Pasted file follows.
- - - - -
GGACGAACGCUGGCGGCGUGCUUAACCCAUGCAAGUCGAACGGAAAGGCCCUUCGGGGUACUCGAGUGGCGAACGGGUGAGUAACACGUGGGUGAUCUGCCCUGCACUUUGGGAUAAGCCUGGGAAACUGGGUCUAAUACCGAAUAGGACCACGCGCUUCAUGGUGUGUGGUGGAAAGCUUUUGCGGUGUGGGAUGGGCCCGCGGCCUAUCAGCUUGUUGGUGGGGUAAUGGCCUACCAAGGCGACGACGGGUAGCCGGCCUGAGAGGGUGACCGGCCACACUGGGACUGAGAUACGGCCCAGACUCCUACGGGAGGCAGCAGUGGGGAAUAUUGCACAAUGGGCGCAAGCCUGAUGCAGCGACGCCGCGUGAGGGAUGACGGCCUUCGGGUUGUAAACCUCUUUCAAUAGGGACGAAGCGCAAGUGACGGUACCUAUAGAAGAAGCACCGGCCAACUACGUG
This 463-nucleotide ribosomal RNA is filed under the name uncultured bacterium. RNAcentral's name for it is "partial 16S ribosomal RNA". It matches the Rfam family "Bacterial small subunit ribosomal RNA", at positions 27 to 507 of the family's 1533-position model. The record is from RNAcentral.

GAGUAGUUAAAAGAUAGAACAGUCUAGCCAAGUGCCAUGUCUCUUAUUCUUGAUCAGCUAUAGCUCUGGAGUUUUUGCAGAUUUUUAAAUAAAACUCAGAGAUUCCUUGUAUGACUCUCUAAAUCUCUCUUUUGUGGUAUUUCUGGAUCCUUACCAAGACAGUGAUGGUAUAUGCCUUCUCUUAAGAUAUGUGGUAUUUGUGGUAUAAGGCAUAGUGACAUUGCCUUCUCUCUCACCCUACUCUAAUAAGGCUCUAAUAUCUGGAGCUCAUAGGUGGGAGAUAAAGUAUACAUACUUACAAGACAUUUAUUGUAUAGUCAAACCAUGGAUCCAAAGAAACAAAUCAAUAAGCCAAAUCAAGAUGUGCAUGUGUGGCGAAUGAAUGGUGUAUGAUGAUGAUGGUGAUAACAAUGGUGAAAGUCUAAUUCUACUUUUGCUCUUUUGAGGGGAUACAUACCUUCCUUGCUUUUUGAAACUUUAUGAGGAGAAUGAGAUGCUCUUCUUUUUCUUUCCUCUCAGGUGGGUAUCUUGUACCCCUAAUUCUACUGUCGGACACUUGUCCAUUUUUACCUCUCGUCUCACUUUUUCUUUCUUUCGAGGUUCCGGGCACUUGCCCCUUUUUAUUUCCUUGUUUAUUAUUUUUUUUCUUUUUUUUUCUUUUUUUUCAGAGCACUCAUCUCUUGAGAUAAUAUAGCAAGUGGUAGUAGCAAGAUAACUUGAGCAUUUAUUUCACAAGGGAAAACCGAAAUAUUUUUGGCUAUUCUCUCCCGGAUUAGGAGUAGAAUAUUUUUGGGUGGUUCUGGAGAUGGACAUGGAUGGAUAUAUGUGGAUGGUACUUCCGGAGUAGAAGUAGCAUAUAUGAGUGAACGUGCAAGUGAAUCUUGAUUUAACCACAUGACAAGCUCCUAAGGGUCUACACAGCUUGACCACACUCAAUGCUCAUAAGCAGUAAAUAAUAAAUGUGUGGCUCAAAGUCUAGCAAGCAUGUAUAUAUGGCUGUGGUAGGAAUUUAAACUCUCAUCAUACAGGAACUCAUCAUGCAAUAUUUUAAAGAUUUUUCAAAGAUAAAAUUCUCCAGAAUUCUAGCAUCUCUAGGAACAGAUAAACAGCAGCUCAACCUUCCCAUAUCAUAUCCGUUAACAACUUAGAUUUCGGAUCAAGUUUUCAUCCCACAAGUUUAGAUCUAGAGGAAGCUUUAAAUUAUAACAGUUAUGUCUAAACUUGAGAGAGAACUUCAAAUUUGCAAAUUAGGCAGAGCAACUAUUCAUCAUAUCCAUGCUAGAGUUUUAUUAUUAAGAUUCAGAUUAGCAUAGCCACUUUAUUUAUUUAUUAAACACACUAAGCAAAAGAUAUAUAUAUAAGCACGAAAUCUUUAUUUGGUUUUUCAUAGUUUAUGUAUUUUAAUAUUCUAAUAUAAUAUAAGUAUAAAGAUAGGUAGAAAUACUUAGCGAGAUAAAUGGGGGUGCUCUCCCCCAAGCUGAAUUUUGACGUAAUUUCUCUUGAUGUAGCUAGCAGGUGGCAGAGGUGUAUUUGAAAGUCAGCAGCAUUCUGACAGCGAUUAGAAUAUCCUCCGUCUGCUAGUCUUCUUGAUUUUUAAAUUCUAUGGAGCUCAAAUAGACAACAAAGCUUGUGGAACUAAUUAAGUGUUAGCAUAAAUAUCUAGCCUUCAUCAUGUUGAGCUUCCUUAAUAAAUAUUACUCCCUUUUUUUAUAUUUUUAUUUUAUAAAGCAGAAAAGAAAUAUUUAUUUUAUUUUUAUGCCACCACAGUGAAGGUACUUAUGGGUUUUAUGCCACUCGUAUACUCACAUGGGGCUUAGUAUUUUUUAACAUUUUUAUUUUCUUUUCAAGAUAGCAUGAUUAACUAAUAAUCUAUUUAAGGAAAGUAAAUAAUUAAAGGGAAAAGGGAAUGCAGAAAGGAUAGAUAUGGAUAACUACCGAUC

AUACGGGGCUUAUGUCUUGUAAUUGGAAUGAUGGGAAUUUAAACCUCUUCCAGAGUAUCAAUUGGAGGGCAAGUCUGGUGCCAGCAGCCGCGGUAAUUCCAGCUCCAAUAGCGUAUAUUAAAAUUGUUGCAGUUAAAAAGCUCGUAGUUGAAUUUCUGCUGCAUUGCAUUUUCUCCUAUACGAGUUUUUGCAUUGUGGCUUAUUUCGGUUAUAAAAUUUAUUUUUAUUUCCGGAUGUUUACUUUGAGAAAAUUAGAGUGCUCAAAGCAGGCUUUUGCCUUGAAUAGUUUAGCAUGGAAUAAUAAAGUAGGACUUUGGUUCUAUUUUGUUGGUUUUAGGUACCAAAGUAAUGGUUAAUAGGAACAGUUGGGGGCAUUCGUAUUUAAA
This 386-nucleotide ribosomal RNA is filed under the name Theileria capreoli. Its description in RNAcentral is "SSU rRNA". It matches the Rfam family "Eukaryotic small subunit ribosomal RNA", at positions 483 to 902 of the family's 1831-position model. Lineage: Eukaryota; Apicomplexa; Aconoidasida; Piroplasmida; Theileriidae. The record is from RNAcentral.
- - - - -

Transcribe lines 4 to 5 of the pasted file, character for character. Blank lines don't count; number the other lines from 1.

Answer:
AUACGGGGCUUAUGUCUUGUAAUUGGAAUGAUGGGAAUUUAAACCUCUUCCAGAGUAUCAAUUGGAGGGCAAGUCUGGUGCCAGCAGCCGCGGUAAUUCCAGCUCCAAUAGCGUAUAUUAAAAUUGUUGCAGUUAAAAAGCUCGUAGUUGAAUUUCUGCUGCAUUGCAUUUUCUCCUAUACGAGUUUUUGCAUUGUGGCUUAUUUCGGUUAUAAAAUUUAUUUUUAUUUCCGGAUGUUUACUUUGAGAAAAUUAGAGUGCUCAAAGCAGGCUUUUGCCUUGAAUAGUUUAGCAUGGAAUAAUAAAGUAGGACUUUGGUUCUAUUUUGUUGGUUUUAGGUACCAAAGUAAUGGUUAAUAGGAACAGUUGGGGGCAUUCGUAUUUAAA
This 386-nucleotide ribosomal RNA is filed under the name Theileria capreoli. Its description in RNAcentral is "SSU rRNA". It matches the Rfam family "Eukaryotic small subunit ribosomal RNA", at positions 483 to 902 of the family's 1831-position model. Lineage: Eukaryota; Apicomplexa; Aconoidasida; Piroplasmida; Theileriidae. The record is from RNAcentral.